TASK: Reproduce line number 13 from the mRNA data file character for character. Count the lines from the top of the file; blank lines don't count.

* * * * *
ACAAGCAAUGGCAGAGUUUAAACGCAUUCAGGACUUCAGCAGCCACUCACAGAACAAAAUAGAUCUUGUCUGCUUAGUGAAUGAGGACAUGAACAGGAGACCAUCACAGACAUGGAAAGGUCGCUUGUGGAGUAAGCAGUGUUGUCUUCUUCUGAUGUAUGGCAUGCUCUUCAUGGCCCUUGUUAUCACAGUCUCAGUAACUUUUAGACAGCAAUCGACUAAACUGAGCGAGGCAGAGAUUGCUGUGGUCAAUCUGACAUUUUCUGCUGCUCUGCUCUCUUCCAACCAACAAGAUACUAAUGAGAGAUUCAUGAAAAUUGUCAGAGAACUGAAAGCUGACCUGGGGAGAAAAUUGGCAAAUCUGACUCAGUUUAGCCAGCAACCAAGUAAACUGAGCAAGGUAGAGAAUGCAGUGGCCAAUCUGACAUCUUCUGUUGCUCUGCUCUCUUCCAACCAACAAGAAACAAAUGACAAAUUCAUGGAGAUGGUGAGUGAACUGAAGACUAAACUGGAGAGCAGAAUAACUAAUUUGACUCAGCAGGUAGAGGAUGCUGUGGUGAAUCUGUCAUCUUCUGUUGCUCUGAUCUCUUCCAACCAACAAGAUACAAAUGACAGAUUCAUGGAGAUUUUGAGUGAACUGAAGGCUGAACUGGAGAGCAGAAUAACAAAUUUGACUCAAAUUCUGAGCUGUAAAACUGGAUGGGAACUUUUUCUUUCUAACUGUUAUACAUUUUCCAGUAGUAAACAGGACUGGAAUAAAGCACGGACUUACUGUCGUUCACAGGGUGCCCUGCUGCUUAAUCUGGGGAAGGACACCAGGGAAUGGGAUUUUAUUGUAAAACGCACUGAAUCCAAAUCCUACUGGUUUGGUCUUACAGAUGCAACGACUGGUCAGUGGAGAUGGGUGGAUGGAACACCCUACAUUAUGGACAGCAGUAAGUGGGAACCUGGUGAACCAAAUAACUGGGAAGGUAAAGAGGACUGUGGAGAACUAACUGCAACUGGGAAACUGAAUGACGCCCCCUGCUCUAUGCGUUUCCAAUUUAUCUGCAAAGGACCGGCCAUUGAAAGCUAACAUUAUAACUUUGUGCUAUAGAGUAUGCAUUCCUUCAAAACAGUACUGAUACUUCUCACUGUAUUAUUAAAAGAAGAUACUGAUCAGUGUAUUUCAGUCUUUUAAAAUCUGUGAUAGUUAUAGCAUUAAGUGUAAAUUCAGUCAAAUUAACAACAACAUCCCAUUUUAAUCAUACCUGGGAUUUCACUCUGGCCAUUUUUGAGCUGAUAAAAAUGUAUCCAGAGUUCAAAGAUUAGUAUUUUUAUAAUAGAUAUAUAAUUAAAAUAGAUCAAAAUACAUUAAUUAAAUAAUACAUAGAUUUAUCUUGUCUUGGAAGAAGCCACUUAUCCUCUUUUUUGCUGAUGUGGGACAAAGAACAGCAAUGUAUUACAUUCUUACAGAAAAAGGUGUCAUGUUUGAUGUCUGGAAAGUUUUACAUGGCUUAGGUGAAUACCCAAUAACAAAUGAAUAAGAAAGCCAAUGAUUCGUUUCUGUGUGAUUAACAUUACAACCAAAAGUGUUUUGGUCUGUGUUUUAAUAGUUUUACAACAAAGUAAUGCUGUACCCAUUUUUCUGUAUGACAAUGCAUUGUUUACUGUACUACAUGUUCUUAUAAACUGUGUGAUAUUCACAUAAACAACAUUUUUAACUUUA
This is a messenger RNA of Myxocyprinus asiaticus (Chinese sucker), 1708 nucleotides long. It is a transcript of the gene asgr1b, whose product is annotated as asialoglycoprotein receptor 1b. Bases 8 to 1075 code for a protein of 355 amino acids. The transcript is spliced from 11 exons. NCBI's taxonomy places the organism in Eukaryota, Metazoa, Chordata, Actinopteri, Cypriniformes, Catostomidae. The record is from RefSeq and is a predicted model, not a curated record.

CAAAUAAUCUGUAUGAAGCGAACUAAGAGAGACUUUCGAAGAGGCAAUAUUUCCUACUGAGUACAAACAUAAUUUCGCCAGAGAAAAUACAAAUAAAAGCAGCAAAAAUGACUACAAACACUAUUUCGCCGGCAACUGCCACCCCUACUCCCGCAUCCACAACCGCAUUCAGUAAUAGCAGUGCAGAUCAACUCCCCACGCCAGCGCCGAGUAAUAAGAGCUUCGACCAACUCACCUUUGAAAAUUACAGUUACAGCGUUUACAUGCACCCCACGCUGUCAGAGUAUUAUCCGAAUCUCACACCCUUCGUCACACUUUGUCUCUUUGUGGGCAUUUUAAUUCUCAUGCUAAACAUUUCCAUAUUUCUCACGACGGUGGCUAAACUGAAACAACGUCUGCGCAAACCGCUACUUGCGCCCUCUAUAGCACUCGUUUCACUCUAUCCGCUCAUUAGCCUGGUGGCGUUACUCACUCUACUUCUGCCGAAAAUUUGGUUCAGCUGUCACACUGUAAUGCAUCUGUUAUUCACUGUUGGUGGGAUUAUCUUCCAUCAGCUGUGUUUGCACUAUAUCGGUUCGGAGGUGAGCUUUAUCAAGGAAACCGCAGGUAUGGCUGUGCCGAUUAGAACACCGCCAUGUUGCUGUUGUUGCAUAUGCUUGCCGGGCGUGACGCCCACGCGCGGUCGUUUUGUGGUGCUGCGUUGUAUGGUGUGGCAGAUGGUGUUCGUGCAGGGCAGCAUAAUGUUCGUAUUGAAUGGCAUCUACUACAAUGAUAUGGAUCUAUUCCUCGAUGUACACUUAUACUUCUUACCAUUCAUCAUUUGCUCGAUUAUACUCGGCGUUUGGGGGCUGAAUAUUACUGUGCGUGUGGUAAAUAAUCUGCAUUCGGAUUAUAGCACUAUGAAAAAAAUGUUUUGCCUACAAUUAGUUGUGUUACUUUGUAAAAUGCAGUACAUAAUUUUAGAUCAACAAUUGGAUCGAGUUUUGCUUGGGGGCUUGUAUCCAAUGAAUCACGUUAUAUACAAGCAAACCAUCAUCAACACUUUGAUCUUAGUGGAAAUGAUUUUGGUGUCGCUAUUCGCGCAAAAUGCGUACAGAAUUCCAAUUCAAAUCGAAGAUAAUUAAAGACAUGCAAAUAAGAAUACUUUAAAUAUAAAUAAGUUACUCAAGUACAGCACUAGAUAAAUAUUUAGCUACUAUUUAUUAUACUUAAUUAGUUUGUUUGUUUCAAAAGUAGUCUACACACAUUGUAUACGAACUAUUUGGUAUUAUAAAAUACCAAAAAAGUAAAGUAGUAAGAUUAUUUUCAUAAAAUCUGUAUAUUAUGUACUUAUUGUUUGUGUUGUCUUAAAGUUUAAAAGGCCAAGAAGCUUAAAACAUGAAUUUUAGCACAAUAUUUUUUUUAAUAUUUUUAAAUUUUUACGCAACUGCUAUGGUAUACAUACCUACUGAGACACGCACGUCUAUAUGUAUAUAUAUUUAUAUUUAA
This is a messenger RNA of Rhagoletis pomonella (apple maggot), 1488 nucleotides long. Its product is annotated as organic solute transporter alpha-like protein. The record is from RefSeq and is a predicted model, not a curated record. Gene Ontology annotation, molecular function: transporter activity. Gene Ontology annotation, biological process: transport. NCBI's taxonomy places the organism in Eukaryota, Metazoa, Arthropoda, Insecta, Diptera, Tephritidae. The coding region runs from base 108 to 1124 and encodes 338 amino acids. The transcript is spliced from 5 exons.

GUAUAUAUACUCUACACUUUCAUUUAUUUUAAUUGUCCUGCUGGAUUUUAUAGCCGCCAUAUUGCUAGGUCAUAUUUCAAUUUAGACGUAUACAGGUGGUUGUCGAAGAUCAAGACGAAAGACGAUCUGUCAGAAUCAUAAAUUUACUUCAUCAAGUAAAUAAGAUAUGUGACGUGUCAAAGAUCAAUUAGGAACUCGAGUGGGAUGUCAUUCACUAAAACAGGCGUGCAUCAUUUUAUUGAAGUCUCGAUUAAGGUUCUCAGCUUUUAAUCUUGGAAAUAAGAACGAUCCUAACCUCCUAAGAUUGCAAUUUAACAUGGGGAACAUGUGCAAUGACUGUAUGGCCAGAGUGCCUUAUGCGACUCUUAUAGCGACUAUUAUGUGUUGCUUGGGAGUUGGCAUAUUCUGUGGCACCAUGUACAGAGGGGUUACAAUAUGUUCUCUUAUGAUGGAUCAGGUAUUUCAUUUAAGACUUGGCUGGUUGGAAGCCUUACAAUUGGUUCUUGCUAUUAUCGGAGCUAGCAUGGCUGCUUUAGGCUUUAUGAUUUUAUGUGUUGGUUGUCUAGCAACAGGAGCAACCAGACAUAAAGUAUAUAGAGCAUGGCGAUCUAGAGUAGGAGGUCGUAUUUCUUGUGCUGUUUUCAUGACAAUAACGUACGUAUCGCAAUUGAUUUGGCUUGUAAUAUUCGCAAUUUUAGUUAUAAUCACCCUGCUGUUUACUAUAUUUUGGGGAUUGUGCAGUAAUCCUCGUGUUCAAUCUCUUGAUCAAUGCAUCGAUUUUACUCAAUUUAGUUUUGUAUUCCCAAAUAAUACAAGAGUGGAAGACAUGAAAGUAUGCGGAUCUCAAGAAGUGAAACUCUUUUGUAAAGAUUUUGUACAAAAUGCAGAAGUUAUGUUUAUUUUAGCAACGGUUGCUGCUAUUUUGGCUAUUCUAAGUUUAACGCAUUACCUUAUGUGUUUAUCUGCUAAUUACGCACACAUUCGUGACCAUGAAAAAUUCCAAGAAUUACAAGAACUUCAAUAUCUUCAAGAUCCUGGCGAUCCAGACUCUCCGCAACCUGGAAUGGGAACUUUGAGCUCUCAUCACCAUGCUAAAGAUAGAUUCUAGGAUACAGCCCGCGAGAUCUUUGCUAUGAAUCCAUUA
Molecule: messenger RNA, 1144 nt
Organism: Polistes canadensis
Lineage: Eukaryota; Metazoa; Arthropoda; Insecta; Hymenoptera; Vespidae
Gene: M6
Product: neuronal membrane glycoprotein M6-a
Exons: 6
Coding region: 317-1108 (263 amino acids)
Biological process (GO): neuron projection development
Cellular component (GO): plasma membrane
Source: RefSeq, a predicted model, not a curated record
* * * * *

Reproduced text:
Biological process (GO): neuron projection development